Facade of gray building with a colonnade of 10 round 30 feet tall columns. Along the facade, over the columns, carved is the phrase

The National Association of the Deaf (NAD) announced on February 18th a "landmark settlement with the Massachusetts Institute of Technology (MIT) that brings a series of new guidelines to make the university's website and online resources accessible for those who are deaf or hard of hearing." The settlement is similar to one reached with Harvard University last November, "which together represent the most comprehensive set of online accessibility requirements in higher education and provide a new model for ensuring worldwide online and digital accessibility in academia and business for people who are deaf and hard of hearing." 

MIT agreed to provide industry standard captioning for publicly available online content, including video and audio content posted on MIT.edu as well as MIT’s YouTube, Vimeo, and Soundcloud pages, certain live-streaming events and online courses such as Massive Online Open Courses (MOOCs), MITx and MIT OpenCourseWare. 

The terms of the settlement are included within a consent decree, that can be enforced by the court. Anything posted before Jan. 1, 2019, must be captioned or removed from public view only if someone requests it, according to the consent decree.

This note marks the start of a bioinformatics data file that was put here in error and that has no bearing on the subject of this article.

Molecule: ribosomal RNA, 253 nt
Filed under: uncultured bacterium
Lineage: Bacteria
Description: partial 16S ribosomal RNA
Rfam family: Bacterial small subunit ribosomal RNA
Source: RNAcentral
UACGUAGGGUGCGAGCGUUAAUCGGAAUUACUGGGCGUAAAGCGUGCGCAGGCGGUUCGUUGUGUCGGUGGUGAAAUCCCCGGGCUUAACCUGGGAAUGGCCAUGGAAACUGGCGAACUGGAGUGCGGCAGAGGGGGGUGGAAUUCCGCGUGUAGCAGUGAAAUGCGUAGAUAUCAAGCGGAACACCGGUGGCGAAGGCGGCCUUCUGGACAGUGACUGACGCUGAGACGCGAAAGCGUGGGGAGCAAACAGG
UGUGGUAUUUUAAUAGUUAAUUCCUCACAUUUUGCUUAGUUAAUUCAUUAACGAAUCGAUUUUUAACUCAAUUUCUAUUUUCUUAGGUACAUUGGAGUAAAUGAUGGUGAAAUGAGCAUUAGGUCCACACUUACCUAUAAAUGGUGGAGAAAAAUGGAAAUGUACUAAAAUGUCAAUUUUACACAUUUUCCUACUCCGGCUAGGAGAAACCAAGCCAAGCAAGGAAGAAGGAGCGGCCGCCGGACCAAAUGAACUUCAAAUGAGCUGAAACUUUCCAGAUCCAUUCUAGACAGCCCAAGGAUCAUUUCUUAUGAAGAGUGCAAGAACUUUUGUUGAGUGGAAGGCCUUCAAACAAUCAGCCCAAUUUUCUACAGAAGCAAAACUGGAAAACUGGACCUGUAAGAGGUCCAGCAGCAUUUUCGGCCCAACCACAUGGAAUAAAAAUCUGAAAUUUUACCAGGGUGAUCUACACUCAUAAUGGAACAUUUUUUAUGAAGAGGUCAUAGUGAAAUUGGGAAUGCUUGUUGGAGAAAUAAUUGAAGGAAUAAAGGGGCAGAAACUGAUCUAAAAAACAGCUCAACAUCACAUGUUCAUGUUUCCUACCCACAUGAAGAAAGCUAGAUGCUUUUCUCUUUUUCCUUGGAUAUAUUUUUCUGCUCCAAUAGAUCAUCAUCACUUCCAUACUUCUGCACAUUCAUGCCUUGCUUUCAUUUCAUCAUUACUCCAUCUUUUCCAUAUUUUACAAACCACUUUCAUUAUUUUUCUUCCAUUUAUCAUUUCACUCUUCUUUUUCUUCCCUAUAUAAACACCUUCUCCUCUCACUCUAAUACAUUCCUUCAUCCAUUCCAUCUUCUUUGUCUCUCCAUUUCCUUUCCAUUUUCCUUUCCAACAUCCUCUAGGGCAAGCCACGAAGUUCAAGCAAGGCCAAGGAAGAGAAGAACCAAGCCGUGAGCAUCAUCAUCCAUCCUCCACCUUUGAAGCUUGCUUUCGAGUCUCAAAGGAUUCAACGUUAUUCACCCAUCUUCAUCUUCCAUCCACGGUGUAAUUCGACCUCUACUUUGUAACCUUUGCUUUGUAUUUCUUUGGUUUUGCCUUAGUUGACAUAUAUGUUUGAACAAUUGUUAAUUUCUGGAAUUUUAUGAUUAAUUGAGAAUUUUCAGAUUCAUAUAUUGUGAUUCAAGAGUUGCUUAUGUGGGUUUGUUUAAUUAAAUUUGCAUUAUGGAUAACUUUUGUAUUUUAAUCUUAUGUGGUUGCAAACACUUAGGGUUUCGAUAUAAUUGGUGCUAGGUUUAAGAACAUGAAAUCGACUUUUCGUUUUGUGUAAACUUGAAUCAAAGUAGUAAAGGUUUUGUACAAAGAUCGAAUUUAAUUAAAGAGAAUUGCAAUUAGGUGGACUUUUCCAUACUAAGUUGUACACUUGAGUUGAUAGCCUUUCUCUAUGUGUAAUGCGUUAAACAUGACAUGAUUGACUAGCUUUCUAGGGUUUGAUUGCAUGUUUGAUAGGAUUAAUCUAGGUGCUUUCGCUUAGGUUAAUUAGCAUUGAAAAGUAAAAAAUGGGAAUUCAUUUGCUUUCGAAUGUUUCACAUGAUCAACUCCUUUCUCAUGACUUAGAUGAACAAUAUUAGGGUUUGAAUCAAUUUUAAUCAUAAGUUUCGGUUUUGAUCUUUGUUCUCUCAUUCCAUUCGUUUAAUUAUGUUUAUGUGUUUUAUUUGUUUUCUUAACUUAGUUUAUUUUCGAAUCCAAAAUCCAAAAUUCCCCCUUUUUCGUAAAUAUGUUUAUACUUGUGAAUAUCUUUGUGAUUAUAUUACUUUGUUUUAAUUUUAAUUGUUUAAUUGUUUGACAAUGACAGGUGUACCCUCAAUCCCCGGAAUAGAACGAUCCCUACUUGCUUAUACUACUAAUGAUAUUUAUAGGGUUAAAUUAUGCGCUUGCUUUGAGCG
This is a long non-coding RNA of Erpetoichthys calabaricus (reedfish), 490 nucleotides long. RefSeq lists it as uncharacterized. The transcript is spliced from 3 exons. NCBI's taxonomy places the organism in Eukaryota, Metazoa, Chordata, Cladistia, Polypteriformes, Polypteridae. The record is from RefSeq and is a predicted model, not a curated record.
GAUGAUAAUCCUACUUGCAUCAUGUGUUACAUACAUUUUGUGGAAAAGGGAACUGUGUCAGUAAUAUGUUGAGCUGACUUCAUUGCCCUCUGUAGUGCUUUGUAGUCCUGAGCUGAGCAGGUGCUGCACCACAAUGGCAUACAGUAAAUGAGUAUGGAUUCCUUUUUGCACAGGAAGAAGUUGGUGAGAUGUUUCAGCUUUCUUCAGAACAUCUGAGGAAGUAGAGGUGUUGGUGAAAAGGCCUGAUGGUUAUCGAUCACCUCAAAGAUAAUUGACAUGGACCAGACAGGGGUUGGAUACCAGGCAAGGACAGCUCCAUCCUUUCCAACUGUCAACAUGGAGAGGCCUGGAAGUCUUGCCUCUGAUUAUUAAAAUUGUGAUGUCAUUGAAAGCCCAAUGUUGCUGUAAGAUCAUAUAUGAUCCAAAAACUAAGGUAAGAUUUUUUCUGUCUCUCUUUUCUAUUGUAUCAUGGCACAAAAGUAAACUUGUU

The litigation with MIT began in 2015, when a class-action lawsuit was filed in Massachusetts. "The lawsuit was prompted by the recognition that, notwithstanding the description of MIT’s online resources as “open and available to the world,” many of its videos and audio recordings lacked captions or used inaccurate captions. MIT had no published policies in place to ensure these learning tools were accessible to people who are deaf and hard of hearing."

Through the litigation, MIT filed two motions to dismiss the case. In response to the second motion, the court ruled that federal laws prohibiting disability discrimination covered MIT’s online content. 

The settlements with Harvard and MIT create a profound impact in online learning accessibility. Hopefully, this will prompt academic institutions in general to take accessibility into account from the inception of any audio visual material.



- “Landmark Agreements Establish New Model For Online Accessibility In Higher Education And Business.” National Association of the Deaf, February 18, 2020, https://www.nad.org/2020/02/18/landmark-agreements-establish-new-model-for-online-accessibility-in-higher-education-and-business/

- “NAD Sues Harvard and MIT for Discrimination in Public Online Content.” National Association of the Deaf, Febrero 12, 2015, https://www.nad.org/2015/02/17/nad-sues-harvard-and-mit-for-discrimination-in-public-online-content/

- “MIT to Caption Online Videos After Discrimination Lawsuit.”  The Associated Press, Feb. 18, 2020, https://apnews.com/6c211a6697c81899aaa7e9d72d7d0274


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